One Veteran and his War Plane

Per my last post, I wrote about recently spending time in the midst of several World War II veterans, and photographing three of the vintage but still flying planes in which they fought and risked their lives for the defense of our country. Heroes all. Three WWII vintage war planes flew into the Blue Ridge Airport near our home last week, and I visited on two days to make photos and to learn more about this period of our history.

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While I was looking into the plexiglass windshield on the nose of a B-24 Liberator bomber, a man standing behind me asked if I knew what it was I was seeing inside. I said I thought it was the once very highly classified Norden Bombsight, and he told me I was correct, but would I like to learn more. For the next few minutes he told me he had been the pilot on a B-24 like this one, flying in the Pacific Theater of the war, and later spent time in the Army of Occupation in Japan after the fighting was over. He told me he was later that day going to fly the B-24 we were standing next to, during its trip from the Blue Ridge Airport to South Carolina for the next planned exhibition location. He also told me he had built his own helicopter from scratch recently, and showed me some photos of his work which he carried in his wallet. He said he had wanted to fly from when he was a young boy, and had never lost that passion. I asked him what it was going to be like when he sat in the pilot’s seat again, and he replied that it would be as if he had never left it. Such was the impact the war had on him.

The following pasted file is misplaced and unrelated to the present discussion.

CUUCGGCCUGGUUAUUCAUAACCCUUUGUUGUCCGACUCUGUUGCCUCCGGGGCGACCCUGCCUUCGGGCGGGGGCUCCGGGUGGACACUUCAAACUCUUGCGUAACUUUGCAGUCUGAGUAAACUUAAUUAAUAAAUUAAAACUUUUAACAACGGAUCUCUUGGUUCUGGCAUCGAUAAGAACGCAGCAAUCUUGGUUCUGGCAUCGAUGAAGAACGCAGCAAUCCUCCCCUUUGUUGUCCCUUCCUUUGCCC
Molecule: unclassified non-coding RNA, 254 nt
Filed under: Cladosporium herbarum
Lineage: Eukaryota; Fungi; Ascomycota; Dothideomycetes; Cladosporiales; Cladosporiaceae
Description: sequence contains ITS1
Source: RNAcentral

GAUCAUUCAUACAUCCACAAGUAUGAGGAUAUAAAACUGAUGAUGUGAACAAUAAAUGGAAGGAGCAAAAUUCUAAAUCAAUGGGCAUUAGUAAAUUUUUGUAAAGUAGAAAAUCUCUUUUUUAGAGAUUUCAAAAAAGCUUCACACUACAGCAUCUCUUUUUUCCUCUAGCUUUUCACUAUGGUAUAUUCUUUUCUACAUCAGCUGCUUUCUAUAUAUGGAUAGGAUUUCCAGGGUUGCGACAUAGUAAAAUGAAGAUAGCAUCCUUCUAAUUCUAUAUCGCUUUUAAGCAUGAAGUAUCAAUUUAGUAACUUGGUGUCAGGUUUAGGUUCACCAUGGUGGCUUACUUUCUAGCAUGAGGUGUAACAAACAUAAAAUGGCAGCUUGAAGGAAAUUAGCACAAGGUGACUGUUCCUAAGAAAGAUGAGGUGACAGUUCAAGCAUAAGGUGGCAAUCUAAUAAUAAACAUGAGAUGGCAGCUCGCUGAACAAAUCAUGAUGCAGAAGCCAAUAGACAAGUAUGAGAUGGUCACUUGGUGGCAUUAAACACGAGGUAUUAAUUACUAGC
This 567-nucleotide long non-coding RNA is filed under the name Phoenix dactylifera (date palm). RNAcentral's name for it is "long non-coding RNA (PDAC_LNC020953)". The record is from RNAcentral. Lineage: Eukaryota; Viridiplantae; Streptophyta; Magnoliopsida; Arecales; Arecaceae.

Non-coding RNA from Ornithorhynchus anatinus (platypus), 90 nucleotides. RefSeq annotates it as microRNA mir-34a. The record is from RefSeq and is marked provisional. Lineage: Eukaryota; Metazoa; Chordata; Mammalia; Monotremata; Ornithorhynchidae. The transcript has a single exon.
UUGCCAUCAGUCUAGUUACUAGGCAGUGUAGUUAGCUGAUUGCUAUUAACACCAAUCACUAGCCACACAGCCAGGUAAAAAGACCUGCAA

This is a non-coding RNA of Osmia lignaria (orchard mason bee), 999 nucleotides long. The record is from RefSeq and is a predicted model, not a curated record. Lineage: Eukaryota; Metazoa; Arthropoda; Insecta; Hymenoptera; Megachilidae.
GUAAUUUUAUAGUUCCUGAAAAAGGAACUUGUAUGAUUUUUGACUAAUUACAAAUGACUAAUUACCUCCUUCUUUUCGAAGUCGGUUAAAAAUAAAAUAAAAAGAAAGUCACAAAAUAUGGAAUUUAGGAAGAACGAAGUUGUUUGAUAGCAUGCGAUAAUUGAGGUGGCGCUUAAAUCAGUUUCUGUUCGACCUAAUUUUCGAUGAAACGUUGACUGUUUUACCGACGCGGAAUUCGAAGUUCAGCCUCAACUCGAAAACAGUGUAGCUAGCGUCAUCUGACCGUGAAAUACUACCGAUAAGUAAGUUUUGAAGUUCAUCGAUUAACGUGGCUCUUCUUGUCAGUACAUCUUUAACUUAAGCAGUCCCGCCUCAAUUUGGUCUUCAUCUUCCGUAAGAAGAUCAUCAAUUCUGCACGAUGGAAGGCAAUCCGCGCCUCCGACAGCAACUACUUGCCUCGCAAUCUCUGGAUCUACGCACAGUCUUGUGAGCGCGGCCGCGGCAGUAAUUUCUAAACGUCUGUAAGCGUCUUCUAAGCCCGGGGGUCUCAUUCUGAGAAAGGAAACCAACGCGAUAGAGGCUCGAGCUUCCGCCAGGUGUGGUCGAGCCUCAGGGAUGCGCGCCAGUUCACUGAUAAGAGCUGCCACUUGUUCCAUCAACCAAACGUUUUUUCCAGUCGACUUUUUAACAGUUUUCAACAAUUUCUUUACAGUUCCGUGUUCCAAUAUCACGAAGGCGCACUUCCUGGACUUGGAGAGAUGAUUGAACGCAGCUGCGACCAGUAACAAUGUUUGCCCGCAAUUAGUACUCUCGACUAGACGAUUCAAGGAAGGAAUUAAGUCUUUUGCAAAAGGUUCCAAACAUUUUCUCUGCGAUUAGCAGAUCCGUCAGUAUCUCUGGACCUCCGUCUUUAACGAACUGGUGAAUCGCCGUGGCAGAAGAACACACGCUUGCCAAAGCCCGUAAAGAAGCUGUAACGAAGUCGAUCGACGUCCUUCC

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The B-24 on display has the names painted on its side of hundreds of veterans who had flown in or were related in some way to the plane. Also, the same “fighting logo drawing” as used during the war had been repainted in bright colors on the side of the plane’s nose. In sum, the bomber looked powerful not only in its size and the number of machine guns all around, but what it carried inside.

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The plane’s significance really hit me when I crawled under to look inside the bombay doors, where I saw three (dummy) 500-pound bombs which signified the main purpose of the bomber; one with the words, “To Hitler from the Mighty 8th Air Force” painted on its side. I felt as if I had been transplanted back in time.

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I thanked the veteran I had met, and told him I very much appreciated his service to our country. With that, he was met by others like me who wanted to talk with him. In closing, I note that the 8th Air Force suffered half of the Army Air Force casualties during the Second World War in all theaters of operation, with 26,000 airman alone killed in the battle for Europe. To them, this photo series is dedicated.

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